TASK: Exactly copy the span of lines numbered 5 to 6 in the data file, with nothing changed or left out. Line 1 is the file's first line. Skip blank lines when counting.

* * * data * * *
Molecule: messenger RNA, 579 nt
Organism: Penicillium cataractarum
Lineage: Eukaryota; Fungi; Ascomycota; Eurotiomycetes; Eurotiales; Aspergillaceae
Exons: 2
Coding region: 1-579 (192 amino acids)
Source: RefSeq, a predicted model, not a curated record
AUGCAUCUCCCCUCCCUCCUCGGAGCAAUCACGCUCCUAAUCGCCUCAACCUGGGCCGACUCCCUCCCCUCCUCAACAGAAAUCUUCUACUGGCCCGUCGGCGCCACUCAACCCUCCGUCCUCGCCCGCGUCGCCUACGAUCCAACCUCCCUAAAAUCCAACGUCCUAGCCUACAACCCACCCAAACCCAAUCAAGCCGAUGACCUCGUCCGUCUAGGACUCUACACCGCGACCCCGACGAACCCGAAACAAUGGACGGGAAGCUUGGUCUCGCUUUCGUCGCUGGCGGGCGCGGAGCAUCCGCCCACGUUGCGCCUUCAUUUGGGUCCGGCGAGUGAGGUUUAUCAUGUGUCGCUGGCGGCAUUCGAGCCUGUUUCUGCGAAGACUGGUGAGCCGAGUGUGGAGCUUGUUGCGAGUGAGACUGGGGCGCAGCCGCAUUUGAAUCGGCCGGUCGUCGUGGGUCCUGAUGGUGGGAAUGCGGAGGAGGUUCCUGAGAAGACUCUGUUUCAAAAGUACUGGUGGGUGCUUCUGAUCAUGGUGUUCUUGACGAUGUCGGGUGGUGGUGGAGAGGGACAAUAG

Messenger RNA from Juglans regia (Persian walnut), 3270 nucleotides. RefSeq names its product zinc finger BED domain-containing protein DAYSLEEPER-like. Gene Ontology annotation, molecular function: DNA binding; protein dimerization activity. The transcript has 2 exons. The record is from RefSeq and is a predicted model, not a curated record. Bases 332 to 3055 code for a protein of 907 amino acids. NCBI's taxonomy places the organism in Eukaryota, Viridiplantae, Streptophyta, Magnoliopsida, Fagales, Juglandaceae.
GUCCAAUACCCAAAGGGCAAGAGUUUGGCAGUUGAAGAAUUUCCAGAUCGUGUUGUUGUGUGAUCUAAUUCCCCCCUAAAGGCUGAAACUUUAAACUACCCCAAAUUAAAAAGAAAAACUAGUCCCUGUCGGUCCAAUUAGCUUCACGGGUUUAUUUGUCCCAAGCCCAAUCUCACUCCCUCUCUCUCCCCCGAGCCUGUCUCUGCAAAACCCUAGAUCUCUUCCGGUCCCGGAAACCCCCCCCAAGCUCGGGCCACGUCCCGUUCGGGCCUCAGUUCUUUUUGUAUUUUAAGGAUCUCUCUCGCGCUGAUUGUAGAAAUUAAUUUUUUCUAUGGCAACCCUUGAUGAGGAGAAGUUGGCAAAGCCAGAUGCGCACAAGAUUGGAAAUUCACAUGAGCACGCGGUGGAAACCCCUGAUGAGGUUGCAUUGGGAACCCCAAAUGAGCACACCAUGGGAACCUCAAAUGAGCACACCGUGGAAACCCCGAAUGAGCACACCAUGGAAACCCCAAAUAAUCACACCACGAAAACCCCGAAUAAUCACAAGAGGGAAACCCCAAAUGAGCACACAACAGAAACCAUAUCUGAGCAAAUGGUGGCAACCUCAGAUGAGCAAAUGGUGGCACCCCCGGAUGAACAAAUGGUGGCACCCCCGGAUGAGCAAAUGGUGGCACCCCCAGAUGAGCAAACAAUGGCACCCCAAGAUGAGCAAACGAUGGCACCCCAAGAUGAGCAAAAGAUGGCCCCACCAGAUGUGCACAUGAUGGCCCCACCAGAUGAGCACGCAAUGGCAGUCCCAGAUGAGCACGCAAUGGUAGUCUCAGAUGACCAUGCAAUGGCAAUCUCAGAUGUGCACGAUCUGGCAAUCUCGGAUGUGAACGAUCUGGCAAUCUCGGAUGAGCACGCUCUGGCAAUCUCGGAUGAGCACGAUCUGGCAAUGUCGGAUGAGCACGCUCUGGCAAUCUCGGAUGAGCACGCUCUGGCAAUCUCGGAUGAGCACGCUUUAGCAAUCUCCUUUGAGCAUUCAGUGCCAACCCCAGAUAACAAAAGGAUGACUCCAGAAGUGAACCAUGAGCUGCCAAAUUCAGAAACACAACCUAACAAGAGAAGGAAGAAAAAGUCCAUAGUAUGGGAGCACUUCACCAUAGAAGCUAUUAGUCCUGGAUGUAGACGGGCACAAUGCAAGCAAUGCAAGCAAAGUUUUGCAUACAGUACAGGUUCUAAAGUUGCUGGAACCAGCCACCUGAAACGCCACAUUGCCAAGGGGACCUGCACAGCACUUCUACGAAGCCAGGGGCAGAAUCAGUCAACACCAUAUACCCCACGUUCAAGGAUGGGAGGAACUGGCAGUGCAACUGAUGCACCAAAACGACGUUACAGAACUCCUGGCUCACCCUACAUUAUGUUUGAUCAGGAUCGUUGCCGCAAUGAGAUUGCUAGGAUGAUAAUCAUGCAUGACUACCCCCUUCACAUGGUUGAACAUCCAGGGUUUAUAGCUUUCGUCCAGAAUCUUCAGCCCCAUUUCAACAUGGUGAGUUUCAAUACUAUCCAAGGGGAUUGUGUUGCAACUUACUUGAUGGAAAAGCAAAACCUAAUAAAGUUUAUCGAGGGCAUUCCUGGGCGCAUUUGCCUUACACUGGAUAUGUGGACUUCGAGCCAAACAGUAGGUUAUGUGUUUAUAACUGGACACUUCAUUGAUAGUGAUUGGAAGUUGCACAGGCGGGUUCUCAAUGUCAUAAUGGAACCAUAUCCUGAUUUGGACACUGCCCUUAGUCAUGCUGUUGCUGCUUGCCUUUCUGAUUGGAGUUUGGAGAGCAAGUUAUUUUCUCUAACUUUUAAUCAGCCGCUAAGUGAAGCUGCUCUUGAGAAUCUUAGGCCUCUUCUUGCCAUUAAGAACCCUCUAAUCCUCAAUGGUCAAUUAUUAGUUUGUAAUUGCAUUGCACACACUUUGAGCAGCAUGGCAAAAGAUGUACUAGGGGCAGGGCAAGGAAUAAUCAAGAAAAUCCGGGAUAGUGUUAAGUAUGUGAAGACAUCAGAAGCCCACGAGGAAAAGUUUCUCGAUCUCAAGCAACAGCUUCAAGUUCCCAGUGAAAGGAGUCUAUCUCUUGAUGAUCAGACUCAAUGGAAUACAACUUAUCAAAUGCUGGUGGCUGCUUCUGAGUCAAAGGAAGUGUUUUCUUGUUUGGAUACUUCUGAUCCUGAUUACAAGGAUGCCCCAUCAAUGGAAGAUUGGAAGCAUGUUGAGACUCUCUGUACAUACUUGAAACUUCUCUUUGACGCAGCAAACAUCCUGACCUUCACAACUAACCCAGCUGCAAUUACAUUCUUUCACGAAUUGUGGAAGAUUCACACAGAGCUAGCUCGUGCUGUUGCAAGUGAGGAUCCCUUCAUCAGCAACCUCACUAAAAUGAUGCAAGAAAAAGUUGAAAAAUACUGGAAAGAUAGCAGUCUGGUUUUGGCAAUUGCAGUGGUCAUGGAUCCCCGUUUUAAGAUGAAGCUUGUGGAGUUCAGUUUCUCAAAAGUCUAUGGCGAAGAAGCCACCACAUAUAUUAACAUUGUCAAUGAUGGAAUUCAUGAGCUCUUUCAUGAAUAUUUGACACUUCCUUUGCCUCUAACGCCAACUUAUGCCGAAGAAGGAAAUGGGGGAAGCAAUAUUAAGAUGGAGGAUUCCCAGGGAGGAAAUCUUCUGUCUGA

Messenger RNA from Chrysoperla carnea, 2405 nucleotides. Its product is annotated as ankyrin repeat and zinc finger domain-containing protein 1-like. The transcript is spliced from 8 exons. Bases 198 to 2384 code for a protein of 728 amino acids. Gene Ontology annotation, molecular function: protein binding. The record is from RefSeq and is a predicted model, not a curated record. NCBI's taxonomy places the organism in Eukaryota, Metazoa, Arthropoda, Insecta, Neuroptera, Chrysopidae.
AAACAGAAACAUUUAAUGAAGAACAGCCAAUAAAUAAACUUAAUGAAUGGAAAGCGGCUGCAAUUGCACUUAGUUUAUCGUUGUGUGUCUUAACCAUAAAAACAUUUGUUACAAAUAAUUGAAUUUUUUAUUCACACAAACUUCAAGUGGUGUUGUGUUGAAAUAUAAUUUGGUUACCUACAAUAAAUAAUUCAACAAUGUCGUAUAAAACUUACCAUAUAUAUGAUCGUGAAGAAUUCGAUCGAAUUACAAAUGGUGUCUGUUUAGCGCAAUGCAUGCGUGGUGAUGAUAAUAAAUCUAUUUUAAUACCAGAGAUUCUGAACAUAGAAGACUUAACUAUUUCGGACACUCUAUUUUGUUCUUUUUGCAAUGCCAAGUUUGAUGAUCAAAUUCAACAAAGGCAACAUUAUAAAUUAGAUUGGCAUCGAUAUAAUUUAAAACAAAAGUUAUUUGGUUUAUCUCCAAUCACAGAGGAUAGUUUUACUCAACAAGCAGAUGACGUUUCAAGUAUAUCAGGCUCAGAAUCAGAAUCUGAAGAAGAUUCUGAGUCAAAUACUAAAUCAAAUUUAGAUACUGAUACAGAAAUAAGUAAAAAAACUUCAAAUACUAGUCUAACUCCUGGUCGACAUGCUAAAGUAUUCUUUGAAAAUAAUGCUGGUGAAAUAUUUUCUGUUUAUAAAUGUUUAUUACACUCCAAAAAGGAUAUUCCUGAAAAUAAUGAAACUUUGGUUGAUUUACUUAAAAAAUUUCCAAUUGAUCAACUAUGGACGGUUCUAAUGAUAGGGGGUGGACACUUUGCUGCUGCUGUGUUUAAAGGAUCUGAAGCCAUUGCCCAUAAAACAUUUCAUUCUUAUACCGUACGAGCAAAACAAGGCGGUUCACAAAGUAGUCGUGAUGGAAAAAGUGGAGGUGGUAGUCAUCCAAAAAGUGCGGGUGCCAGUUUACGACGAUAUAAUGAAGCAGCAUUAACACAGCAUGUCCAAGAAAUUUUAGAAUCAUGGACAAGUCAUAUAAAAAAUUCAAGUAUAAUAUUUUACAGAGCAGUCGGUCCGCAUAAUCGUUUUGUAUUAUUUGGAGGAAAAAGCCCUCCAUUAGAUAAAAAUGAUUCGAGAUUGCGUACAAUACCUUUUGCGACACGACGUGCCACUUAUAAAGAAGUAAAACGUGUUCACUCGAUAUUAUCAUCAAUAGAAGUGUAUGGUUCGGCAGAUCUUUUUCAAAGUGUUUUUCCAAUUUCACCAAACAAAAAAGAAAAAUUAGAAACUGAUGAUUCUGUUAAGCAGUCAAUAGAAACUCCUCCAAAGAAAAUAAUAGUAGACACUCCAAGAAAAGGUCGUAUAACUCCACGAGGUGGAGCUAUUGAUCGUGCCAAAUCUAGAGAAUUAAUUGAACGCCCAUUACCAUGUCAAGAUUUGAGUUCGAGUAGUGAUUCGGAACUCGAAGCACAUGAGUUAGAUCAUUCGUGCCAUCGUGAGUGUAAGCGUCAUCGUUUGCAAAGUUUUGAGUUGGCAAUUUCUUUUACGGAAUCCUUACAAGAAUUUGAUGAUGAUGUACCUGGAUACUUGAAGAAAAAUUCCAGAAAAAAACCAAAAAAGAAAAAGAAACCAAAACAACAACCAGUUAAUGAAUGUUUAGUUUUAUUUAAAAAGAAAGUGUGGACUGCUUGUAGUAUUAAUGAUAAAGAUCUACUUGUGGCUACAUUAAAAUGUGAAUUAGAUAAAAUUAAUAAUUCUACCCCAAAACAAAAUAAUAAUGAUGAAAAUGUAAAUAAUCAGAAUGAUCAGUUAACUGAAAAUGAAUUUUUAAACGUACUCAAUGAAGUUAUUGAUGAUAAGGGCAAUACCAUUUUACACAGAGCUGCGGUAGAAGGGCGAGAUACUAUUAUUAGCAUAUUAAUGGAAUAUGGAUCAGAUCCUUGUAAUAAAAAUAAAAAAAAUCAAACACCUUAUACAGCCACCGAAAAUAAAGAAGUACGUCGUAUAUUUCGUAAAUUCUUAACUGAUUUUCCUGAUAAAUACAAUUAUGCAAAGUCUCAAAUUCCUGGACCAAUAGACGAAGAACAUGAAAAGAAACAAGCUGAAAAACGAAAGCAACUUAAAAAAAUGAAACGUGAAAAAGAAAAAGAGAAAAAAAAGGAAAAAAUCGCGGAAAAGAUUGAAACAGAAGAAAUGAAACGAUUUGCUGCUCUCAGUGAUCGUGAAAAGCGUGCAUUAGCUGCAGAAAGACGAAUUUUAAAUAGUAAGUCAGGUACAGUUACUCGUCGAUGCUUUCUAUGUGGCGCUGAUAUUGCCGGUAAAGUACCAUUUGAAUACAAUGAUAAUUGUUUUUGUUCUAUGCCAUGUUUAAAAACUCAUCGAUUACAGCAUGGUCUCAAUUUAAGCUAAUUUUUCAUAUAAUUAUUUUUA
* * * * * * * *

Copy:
Coding region: 1-579 (192 amino acids)
Source: RefSeq, a predicted model, not a curated record